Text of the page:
Table 1.  Antibodies against diphtheria toxin for 122 sera examined by four different methods according to level of protection against diphtheria [12]
 No protection, <0.01 IU/mLaRelative protection, 0.01 to <0.1 IU/mLa
  1. aFor the EIA test, the cut-off between not protected and relatively protected was 0.02, in accordance with the detection limit of the test (see text).

  2. NT, diphtheria toxin neutralization test; EIA, enzyme immunoassay (indirect); PHA, passive hemagglutination assay.

Methodn%95% CIn%95% CIn%95% CI
In vitro NTa2318.911.9–25.84738.529.9–47.25242.633.8–51.4
In vivo NT2318.911.9–25.83226.218.4–34.06754.946.1–63.7
EIA1310.75.2–16.12419.712.6–26.78569.761.5–77.8
PHA3730.322.2–38.53831.122.9–39.44738.529.9–47.2
Table 2.  Comparison of four different assays for determination of antibodies against diphtheria toxina with in vitro NT as reference assay
  In vitro NT  
Method No protectionb (n=23)Relative protectionb (n=47)Protection (n=52)Total (n=122)Kwc95% CId
  1. aNo protection, <0.01 IU/mL, relative protection, 0.01 to <0.1 IU/mL; protection, ≥0.1 IU/mL [12].

  2. bFor the EIA test, the cut-off between not protected and relatively protected was 0.02, in accordance with the detection limit of the test (see text).

  3. cWeighted Kappa [14].

  4. d95% confidence interval.

  5. NT, diphtheria toxin neutralization test; EIA, enzyme immunoassay (indirect); PHA, passive hemagglutination assay.

In vivo NTNo protection2030230.710.57–0.85
 Relative protection325432  
 Protection0194867  
EIANo protection760130.430.30–0.55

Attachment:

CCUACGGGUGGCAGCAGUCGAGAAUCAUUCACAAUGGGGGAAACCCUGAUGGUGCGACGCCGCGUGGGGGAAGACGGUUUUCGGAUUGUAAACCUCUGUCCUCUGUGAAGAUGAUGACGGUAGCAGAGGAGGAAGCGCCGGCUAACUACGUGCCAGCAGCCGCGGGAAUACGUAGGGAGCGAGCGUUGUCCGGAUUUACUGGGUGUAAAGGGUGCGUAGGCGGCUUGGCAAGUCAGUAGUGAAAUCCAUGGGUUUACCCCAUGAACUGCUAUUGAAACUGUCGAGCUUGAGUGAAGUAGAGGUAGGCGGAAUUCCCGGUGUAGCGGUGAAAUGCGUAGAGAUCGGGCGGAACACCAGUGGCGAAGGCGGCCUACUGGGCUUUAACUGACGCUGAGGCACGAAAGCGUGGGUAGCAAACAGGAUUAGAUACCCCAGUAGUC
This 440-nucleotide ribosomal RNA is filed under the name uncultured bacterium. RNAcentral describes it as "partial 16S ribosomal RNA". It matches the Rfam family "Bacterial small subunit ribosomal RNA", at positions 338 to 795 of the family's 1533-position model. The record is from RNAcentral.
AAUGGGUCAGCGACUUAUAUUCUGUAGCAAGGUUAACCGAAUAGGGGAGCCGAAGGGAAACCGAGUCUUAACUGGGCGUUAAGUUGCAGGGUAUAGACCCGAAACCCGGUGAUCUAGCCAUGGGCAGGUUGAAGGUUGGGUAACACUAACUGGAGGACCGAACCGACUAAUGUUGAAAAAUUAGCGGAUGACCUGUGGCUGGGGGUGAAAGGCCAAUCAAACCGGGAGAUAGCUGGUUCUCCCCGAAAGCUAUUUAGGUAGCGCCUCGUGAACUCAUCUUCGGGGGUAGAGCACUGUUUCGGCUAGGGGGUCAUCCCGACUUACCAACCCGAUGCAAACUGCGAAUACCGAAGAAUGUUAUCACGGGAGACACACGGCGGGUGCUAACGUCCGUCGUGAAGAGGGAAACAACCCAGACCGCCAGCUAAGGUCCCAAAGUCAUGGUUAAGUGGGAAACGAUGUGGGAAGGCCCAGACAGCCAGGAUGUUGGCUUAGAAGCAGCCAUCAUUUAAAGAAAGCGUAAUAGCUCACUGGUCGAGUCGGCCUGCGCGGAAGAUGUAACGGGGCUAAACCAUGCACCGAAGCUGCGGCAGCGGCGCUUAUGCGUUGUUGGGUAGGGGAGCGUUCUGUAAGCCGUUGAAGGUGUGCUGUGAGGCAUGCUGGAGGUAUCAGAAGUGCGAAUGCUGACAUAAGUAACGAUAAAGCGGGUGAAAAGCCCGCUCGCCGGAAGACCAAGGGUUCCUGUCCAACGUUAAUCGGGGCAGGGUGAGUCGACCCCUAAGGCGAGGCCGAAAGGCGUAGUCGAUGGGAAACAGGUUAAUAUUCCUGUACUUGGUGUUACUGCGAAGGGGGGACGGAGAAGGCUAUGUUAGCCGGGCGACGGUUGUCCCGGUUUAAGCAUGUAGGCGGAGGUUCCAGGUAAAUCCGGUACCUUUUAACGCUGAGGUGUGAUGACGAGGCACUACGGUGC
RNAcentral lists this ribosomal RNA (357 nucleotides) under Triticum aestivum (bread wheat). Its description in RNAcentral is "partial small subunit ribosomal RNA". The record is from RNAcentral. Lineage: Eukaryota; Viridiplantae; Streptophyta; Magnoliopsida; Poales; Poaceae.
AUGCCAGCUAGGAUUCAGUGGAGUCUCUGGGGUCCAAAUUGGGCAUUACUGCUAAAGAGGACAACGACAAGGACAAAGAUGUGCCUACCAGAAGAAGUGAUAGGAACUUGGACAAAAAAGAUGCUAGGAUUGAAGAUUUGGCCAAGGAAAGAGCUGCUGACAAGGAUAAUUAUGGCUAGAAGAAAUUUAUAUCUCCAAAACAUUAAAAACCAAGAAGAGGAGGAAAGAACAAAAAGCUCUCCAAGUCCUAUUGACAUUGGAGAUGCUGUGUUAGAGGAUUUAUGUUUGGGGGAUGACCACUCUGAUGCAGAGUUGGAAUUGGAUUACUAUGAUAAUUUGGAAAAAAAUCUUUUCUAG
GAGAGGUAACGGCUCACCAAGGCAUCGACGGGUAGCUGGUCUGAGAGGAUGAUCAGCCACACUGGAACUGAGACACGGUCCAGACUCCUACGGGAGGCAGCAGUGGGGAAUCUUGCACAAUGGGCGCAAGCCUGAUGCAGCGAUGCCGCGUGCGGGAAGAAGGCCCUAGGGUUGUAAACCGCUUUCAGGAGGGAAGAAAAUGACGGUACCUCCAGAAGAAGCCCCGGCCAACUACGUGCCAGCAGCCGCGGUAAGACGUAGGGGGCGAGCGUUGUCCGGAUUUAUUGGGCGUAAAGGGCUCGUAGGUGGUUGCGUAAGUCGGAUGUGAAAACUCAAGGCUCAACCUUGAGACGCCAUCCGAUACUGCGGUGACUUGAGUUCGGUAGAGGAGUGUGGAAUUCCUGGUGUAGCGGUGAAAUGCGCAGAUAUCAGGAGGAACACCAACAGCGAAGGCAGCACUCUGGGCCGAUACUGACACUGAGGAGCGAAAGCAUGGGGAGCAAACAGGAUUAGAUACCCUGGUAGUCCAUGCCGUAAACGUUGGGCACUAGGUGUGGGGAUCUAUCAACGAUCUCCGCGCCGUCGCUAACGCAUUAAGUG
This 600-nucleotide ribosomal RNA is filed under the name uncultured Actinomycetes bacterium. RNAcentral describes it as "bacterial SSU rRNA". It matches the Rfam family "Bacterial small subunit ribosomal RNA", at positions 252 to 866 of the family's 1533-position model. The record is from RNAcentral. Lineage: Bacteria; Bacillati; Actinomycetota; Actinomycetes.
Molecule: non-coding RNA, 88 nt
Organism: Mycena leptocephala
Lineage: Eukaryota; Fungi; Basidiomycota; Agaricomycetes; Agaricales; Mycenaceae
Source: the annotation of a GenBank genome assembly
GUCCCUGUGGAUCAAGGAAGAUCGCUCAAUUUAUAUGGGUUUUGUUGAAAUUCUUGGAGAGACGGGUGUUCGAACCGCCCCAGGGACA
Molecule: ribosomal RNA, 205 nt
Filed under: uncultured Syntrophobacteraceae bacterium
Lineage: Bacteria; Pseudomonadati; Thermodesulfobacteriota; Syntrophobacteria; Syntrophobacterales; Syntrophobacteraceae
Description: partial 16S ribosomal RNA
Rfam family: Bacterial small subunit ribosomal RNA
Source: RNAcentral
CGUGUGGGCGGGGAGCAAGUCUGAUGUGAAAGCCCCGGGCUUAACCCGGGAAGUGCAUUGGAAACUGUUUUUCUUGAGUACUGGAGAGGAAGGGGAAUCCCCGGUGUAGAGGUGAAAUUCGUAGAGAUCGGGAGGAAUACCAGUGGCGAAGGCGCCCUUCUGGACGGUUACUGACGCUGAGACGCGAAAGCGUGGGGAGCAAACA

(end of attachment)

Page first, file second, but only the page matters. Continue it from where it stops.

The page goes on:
Relative protection1014024  
 Protection6275285  
PHANo protection23131370.760.63–0.90
 Relative protection031738  
 Protection034447  

The highest agreement (K=0.84) was found when comparing the two toxin neutralization tests using a cut-off of 0.01 IU/mL (Table 3) while the lowest was found between the EIA test and the in vitro NT using a 0.01 IU/mL cut-off. Also, at a cut-off of 0.1 IU/mL, the agreement was lowest between the in vitro NT and the EIA. Although the sensitivity of the EIA was 100%, the specificity was low (53%) (Table 3). The PHA test showed the highest specificity (100%) but the lowest sensitivity (86%) (Table 3).

Table 3.  Sensitivity, specificity and inter-rater agreement for 122 selected sera using four different antidiphtheria toxin assays, with in vitro NT as reference test
 Sensitivity (%)Specificity (%)Agreement (K)a95% CIb for K
  1. aKappa [14].

  2. b95% confidence interval.

  3. cNo protection, <0.01 IU/mL, relative protection, 0.01 to <0.1 IU/mL; protection; ≥0.1 IU/mL [12].

  4. NT, diphtheria toxin neutralization test; EIA, enzyme immunoassay (indirect); PHA, passive hemagglutination assay.

Cut-off=0.01 IU/mLc
 In vivo NT97870.840.66–1.00
 EIA96300.290.13–0.46
 PHA861000.700.53–0.37
Cut-off=0.1 IU/mLc
 In vivo NT92730.630.46–0.80
 EIA100530.490.54–0.64
 PHA85960.810.64–0.99

DISCUSSION

  1. Top of page
  2. Abstract
  3. INTRODUCTION
  4. MATERIALS AND METHODS
  5. RESULTS
  6. DISCUSSION
  7. Acknowledgments
  8. References